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Should the Yankees' next closer be Dellin Betances, Andrew Miller or both of them?

Should the Yankees let Betances and Miller be co-closers, or should they pick one over the other for the role?

Brad Penner-USA TODAY Sports

Over the course of the offseason, the Yankees opted to let David Robertson sign with the White Sox, despite the fact that he pitched well in his first year taking over the role from Mariano Rivera. The Yankees went ahead and signed lefty Andrew Miller to a cheaper deal, and there has been talk about him taking over as closer or splitting time with Dellin Betances. Now that spring training is getting closer, do the Yankees need to pick one or the other as closer?

This is a situation that the Yankees have not been in for quite some time since Mo held down the role of closer for so long, aside from the unfortunate fly ball shagging incident in 2012, when Rafael Soriano was waiting in the wings and already had that "proven closer" title. After Rivera retired, it seemed natural for Robertson to move from being the 8th inning setup man to closing out games. Now they have two really good relievers in Betances and Miller, but no one in the bullpen has actual experience in the role of closer.

There's also the question of how the Yankees will decide between the two, if they don't have them work as co-closers. It's not like this is really a decision that can be made at spring training. We know the Yankees have loved their "spring training competitions" in the past, but that seems better suited for starting pitchers or position players. Spring training lineups already aren't filled with all high-caliber players to begin with, and the best players are usually replaced with minor leaguers by the middle of the game. It would be really difficult for them to create a scenario during spring training that would have the same feel as the Yankees being up by one run going into the bottom of the ninth inning during a regular season game. They could just keep track of who has the better stats by the end of spring training, but that would probably be meaningless in determining who would be more successful as closer.

Since Miller and Betances are both good pitchers, it feels like choosing one over the other to be closer is kind of a win-win situation. Assuming that whoever isn't closer becomes the setup man, then opponents should be very wary of the 8th and 9th innings. However, if the Yankees want to go with the best overall pitcher to be the next closer, then you could make a strong case that Betances is that guy. He struck out 135 batters over 90 innings last season. He only allowed 4 home runs and 24 walks during that time. Betances finished up his rookie season with 13.50 K/9, 2.40 BB/9, 0.40 HR/9, 0.78 WHIP, 1.40 ERA, 1.64 FIP and 3.2 fWAR. Opponents only had a .147 batting average against him. Betances was incredible last season, so we can probably expect him to fall back to Earth a bit.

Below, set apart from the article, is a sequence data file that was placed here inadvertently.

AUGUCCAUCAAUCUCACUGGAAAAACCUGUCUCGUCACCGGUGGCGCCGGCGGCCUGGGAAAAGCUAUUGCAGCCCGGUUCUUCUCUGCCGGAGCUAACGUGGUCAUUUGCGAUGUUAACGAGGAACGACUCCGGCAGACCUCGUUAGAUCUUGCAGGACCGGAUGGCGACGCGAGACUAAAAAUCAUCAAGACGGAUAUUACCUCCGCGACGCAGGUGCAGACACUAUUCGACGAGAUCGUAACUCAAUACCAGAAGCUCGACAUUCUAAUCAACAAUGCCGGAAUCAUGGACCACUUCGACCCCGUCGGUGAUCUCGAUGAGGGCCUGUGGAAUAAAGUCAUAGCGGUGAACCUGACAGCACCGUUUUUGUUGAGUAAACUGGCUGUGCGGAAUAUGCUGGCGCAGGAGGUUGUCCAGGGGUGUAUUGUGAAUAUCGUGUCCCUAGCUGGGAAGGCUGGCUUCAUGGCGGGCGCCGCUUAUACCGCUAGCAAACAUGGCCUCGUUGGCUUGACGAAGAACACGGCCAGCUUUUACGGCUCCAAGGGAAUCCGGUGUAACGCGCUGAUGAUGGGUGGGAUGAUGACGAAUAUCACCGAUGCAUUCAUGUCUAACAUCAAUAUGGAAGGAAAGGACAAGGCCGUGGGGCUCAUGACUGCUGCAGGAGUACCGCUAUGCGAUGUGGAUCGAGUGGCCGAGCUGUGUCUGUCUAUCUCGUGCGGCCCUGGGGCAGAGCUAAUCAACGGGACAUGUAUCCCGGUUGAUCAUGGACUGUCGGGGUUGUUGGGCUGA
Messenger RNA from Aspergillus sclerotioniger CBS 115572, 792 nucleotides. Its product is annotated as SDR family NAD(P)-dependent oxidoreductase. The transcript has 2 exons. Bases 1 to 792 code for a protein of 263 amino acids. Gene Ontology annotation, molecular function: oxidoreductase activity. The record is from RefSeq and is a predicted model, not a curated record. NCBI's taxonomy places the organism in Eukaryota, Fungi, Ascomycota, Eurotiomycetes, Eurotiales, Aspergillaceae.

There is also a strong case for Andrew Miller. He pitched 62.1 innings last season and during that time he put up 14.87 K/9, 2.45 BB/9, 0.43 HR/9, 0.80 WHIP, 2.02 ERA, 1.51 FIP and 2.3 fWAR. He held opponents to a .150 batting average. Those numbers are very similar to Betances, so again, it would be hard to be upset with either one of them winning the role of closer. Although, it has been pointed out that Miller is already locked into his contract for the next four years, while Betances won't even be arbitration eligible until 2017. If the Yankees make Betances the closer and he excels, then his 2017 arbitration salary could significantly increase at the detriment of the team. They might save money if they leave him as the setup man. On the other hand, the team will have a lot of large contracts coming off the books in 2017, and that's such a long way off that it might not even matter.

Of course, the Yankees could also opt to have Betances and Miller share the roll and just play to the matchups, but Betances and Miller were pretty even keel in 2014 in terms of their performance against left and right-handed hitters. Lefties hit .161/.205/.200 against Betances and .161/.206/.261 against Miller. Meanwhile, righties hit .133/.232/.250 against Betances and .142/.245/.202 against Miller. In December, Joe Girardi said that the team could do a lot of things in regards to naming a new closer and that it could depend on "how many days in a row a guy has worked." We also know that Girardi really likes to have set roles in the bullpen, so he might not be able to handle the 8th and 9th inning sections of his binder saying "it depends."

Do you think the Yankees should pick between Betances and Miller, and if so, how should they choose? Or do you think they should work as co-closers?